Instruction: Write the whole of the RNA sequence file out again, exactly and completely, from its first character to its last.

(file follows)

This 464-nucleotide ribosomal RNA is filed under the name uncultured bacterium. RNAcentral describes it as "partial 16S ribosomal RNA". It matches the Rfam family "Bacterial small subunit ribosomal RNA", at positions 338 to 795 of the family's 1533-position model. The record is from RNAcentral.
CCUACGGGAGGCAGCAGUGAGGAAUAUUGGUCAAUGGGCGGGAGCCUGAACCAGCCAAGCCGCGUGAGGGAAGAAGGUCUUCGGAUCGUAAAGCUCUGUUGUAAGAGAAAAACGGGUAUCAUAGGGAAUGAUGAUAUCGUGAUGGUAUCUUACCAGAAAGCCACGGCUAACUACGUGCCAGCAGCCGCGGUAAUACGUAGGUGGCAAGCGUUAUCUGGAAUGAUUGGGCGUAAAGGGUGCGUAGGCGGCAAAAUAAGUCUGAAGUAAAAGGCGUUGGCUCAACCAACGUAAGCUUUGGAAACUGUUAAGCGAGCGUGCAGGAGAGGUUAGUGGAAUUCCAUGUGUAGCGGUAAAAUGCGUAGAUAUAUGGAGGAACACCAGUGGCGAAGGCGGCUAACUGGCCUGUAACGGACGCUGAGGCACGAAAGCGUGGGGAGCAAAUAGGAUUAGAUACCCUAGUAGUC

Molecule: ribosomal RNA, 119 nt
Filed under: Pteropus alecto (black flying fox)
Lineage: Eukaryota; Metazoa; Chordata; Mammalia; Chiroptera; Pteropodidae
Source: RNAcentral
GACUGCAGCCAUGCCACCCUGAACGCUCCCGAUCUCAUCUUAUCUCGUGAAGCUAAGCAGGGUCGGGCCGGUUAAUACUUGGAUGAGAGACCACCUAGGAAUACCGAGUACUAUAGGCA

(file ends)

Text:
This 464-nucleotide ribosomal RNA is filed under the name uncultured bacterium. RNAcentral describes it as "partial 16S ribosomal RNA". It matches the Rfam family "Bacterial small subunit ribosomal RNA", at positions 338 to 795 of the family's 1533-position model. The record is from RNAcentral.
CCUACGGGAGGCAGCAGUGAGGAAUAUUGGUCAAUGGGCGGGAGCCUGAACCAGCCAAGCCGCGUGAGGGAAGAAGGUCUUCGGAUCGUAAAGCUCUGUUGUAAGAGAAAAACGGGUAUCAUAGGGAAUGAUGAUAUCGUGAUGGUAUCUUACCAGAAAGCCACGGCUAACUACGUGCCAGCAGCCGCGGUAAUACGUAGGUGGCAAGCGUUAUCUGGAAUGAUUGGGCGUAAAGGGUGCGUAGGCGGCAAAAUAAGUCUGAAGUAAAAGGCGUUGGCUCAACCAACGUAAGCUUUGGAAACUGUUAAGCGAGCGUGCAGGAGAGGUUAGUGGAAUUCCAUGUGUAGCGGUAAAAUGCGUAGAUAUAUGGAGGAACACCAGUGGCGAAGGCGGCUAACUGGCCUGUAACGGACGCUGAGGCACGAAAGCGUGGGGAGCAAAUAGGAUUAGAUACCCUAGUAGUC

Molecule: ribosomal RNA, 119 nt
Filed under: Pteropus alecto (black flying fox)
Lineage: Eukaryota; Metazoa; Chordata; Mammalia; Chiroptera; Pteropodidae
Source: RNAcentral
GACUGCAGCCAUGCCACCCUGAACGCUCCCGAUCUCAUCUUAUCUCGUGAAGCUAAGCAGGGUCGGGCCGGUUAAUACUUGGAUGAGAGACCACCUAGGAAUACCGAGUACUAUAGGCA